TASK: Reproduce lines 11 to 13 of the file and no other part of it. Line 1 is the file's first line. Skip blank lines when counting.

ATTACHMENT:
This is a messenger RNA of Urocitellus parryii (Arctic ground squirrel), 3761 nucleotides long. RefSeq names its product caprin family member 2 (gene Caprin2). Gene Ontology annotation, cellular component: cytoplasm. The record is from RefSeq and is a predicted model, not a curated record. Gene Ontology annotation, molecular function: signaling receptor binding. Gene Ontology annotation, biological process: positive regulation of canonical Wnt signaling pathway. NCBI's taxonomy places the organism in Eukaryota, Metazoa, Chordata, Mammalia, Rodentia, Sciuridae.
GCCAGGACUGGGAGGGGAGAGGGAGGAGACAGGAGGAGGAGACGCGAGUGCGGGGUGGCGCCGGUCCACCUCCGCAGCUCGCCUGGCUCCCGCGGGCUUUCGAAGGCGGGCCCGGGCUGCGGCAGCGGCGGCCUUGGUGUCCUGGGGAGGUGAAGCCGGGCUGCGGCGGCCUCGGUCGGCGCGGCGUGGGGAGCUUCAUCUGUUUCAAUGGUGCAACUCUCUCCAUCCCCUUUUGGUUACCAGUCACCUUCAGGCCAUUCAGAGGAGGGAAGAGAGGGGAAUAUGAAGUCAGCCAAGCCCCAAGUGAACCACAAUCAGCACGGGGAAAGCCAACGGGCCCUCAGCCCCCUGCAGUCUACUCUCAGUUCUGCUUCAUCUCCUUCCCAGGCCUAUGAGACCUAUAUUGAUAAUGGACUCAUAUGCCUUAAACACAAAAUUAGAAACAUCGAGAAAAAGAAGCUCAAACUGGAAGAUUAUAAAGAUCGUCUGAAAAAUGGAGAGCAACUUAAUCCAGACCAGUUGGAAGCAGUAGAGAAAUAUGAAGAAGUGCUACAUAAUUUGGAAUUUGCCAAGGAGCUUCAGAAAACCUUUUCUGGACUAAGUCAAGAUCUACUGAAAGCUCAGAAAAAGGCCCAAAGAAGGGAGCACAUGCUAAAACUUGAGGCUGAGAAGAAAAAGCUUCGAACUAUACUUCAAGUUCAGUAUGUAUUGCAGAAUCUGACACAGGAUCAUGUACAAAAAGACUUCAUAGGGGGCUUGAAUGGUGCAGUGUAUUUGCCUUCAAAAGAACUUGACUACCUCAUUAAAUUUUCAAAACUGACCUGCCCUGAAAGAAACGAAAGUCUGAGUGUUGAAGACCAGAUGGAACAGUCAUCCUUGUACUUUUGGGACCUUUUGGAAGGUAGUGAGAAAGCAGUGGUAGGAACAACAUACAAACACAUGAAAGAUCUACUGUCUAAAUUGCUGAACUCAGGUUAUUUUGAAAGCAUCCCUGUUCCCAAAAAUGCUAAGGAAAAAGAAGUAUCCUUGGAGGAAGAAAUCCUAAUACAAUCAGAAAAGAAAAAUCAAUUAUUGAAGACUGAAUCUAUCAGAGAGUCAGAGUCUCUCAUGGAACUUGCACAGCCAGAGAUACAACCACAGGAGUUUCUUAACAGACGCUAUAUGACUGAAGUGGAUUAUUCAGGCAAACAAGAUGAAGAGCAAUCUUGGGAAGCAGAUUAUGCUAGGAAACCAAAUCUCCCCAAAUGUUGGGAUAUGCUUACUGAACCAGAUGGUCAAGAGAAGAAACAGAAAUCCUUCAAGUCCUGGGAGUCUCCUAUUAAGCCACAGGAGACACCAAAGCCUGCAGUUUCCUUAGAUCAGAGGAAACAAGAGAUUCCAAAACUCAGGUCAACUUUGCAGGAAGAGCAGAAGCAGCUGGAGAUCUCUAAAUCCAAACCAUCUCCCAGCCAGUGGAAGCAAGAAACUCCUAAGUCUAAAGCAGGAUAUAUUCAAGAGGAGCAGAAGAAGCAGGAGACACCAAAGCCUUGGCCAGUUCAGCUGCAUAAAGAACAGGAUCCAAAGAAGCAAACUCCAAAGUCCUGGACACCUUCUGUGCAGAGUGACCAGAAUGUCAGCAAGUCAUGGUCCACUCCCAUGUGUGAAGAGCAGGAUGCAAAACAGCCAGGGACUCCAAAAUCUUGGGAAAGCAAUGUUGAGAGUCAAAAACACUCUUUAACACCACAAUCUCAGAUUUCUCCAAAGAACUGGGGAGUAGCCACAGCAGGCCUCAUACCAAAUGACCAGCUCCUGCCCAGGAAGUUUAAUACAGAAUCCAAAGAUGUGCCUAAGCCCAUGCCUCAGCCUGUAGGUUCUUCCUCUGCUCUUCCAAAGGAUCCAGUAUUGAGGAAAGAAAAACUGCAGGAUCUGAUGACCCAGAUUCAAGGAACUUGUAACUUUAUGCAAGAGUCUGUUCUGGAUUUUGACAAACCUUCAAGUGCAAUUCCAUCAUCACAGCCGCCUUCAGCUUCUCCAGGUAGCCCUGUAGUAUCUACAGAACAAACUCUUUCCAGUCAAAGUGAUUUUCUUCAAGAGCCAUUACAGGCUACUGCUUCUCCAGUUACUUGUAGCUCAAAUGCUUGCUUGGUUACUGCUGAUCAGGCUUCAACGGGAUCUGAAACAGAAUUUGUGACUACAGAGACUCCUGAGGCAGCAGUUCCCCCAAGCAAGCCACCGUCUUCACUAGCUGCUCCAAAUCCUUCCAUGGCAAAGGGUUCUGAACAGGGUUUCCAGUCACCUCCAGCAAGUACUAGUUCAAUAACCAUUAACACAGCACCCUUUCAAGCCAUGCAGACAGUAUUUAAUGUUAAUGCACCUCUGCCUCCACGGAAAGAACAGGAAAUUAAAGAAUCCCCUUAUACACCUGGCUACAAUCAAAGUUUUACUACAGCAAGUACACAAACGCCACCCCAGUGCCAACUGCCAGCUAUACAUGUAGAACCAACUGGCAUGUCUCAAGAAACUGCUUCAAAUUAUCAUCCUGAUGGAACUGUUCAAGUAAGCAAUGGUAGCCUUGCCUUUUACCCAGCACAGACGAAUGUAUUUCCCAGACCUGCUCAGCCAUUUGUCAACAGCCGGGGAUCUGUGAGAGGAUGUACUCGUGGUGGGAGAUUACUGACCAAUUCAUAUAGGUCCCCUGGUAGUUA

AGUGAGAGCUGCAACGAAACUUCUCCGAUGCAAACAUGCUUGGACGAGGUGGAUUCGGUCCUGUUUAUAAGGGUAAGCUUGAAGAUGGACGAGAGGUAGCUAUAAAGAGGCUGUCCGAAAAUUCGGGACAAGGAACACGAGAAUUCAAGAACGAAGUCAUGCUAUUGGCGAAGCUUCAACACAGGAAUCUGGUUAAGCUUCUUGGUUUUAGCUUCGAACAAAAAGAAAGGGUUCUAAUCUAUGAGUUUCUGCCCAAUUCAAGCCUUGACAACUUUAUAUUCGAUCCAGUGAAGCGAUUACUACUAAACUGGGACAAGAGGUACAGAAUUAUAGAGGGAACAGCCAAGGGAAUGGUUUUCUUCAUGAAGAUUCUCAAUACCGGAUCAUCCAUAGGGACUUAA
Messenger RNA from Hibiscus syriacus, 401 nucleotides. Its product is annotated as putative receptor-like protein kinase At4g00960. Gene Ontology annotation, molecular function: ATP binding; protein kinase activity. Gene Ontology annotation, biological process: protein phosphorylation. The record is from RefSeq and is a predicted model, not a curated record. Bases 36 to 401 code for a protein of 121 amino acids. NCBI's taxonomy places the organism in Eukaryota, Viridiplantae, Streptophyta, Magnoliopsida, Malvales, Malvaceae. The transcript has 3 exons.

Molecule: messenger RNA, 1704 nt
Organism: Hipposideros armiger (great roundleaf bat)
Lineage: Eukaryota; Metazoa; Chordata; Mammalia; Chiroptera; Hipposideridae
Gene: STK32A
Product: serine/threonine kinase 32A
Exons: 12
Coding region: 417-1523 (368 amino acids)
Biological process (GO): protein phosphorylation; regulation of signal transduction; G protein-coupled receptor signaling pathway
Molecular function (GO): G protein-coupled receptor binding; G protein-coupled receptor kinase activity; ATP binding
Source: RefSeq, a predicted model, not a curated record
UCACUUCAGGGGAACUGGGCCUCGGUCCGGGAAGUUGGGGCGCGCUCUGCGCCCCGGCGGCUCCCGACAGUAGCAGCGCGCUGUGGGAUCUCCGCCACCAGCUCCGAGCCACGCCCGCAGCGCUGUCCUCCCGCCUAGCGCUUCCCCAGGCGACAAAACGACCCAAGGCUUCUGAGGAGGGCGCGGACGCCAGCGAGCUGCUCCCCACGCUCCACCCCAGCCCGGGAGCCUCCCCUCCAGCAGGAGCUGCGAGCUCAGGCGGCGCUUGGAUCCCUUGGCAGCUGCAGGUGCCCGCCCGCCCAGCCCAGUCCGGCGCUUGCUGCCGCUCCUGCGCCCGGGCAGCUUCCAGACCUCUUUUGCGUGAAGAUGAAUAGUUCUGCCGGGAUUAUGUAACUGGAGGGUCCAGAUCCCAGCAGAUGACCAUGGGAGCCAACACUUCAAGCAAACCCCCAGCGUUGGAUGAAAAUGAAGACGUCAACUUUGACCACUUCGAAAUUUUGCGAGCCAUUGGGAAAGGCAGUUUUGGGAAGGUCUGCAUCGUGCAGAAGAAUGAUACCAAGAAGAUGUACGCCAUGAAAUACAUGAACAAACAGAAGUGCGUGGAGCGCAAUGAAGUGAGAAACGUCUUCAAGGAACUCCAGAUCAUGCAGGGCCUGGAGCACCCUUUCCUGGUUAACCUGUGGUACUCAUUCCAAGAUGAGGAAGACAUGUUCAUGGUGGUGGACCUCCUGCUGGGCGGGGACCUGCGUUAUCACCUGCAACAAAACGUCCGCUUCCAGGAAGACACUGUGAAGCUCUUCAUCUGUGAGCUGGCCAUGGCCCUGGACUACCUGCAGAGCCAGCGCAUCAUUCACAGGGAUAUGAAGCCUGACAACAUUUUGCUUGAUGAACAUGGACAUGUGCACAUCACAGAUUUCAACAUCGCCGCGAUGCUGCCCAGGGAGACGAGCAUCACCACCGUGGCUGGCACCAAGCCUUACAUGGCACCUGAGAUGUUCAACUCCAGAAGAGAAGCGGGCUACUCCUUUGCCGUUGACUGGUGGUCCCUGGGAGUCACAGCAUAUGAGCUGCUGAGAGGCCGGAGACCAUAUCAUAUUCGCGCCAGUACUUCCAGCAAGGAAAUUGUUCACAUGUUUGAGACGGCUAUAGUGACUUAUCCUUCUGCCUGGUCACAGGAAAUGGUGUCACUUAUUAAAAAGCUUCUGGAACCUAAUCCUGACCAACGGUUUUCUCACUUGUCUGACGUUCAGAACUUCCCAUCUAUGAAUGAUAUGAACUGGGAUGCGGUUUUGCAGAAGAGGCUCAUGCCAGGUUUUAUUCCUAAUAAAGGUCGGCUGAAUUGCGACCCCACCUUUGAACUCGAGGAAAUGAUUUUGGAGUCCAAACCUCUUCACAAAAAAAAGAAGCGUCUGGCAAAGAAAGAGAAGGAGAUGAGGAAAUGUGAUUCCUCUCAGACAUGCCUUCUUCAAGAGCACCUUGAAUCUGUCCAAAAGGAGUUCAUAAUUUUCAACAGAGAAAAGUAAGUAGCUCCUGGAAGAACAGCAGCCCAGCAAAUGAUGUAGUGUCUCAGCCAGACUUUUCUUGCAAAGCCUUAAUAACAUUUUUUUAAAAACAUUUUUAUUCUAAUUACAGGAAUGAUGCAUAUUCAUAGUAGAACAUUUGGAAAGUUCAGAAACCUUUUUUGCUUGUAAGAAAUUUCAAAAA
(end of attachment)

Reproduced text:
Coding region: 417-1523 (368 amino acids)
Biological process (GO): protein phosphorylation; regulation of signal transduction; G protein-coupled receptor signaling pathway
Molecular function (GO): G protein-coupled receptor binding; G protein-coupled receptor kinase activity; ATP binding